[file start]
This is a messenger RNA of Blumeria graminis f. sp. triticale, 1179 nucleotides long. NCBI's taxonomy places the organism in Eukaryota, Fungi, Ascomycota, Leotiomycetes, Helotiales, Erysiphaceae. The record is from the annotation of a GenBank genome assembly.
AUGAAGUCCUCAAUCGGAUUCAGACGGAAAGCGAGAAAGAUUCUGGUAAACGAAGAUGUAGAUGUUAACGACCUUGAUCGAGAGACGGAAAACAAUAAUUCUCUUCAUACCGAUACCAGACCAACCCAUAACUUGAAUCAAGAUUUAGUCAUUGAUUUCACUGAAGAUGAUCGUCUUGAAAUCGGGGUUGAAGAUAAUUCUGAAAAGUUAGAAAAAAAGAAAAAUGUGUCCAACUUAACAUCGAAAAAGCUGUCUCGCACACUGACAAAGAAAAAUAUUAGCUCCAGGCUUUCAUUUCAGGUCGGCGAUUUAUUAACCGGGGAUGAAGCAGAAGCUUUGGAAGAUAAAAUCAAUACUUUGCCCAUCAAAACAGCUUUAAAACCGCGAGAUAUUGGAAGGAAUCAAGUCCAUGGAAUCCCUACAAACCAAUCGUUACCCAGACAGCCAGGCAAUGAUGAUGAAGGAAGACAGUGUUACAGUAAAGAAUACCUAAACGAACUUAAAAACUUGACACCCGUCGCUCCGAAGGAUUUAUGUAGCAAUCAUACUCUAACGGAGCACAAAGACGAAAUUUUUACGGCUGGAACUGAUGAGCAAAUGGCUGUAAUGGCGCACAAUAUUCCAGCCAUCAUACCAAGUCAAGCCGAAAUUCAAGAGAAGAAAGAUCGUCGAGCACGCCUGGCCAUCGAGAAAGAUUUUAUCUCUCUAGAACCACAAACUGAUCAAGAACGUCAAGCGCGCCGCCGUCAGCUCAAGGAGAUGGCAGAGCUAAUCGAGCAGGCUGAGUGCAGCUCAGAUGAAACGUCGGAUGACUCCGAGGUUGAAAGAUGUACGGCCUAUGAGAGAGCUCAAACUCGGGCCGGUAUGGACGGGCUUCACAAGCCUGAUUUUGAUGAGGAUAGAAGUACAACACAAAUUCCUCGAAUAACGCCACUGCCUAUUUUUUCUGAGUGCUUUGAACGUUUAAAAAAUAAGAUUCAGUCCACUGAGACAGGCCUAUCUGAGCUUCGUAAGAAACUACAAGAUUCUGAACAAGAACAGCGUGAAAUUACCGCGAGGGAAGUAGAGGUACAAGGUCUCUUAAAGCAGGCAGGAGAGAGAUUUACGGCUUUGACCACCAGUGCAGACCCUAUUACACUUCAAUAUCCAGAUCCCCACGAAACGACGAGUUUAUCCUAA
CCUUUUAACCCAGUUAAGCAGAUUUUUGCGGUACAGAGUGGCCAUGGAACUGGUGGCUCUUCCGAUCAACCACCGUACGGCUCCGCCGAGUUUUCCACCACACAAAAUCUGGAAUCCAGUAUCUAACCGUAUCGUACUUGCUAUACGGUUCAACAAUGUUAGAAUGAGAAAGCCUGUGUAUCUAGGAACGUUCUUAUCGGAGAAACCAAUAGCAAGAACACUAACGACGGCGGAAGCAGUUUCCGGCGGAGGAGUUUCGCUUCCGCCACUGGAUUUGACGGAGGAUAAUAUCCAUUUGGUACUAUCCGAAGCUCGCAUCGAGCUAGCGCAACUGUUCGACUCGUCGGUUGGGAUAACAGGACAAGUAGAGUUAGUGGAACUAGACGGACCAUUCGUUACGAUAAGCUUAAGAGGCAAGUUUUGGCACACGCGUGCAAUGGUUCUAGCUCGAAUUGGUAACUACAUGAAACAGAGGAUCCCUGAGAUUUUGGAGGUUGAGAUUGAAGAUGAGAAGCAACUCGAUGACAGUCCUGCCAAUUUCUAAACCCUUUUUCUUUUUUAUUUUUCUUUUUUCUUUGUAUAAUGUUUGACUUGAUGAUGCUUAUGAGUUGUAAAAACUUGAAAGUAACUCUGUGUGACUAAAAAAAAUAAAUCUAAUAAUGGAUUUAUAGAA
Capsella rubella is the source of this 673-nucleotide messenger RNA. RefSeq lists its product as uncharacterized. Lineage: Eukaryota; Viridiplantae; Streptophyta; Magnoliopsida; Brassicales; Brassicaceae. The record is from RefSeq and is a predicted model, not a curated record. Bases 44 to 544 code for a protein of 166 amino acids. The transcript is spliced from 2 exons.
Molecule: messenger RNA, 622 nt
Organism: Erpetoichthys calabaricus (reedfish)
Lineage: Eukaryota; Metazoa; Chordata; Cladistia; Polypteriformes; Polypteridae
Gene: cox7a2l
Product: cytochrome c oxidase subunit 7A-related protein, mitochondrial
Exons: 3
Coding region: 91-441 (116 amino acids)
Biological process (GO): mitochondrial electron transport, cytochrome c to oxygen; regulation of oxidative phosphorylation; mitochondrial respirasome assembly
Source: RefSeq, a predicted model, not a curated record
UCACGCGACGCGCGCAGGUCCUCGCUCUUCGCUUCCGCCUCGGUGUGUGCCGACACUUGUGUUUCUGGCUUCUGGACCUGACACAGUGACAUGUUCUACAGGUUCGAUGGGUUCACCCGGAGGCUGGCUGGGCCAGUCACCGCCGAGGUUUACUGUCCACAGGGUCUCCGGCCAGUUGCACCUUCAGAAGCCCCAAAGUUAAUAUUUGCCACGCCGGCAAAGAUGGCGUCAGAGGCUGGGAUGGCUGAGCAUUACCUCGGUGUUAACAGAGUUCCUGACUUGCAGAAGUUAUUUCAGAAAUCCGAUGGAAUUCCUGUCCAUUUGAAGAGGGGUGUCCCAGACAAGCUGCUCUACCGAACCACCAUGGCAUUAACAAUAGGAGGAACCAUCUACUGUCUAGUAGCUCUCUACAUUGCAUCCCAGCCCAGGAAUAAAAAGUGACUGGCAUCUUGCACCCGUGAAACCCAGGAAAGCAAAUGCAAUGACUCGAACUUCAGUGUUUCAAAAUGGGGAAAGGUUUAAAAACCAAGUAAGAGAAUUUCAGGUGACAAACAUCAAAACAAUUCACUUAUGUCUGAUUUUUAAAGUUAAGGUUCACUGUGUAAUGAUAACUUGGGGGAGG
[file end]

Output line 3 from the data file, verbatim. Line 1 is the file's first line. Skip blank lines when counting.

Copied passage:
CCUUUUAACCCAGUUAAGCAGAUUUUUGCGGUACAGAGUGGCCAUGGAACUGGUGGCUCUUCCGAUCAACCACCGUACGGCUCCGCCGAGUUUUCCACCACACAAAAUCUGGAAUCCAGUAUCUAACCGUAUCGUACUUGCUAUACGGUUCAACAAUGUUAGAAUGAGAAAGCCUGUGUAUCUAGGAACGUUCUUAUCGGAGAAACCAAUAGCAAGAACACUAACGACGGCGGAAGCAGUUUCCGGCGGAGGAGUUUCGCUUCCGCCACUGGAUUUGACGGAGGAUAAUAUCCAUUUGGUACUAUCCGAAGCUCGCAUCGAGCUAGCGCAACUGUUCGACUCGUCGGUUGGGAUAACAGGACAAGUAGAGUUAGUGGAACUAGACGGACCAUUCGUUACGAUAAGCUUAAGAGGCAAGUUUUGGCACACGCGUGCAAUGGUUCUAGCUCGAAUUGGUAACUACAUGAAACAGAGGAUCCCUGAGAUUUUGGAGGUUGAGAUUGAAGAUGAGAAGCAACUCGAUGACAGUCCUGCCAAUUUCUAAACCCUUUUUCUUUUUUAUUUUUCUUUUUUCUUUGUAUAAUGUUUGACUUGAUGAUGCUUAUGAGUUGUAAAAACUUGAAAGUAACUCUGUGUGACUAAAAAAAAUAAAUCUAAUAAUGGAUUUAUAGAA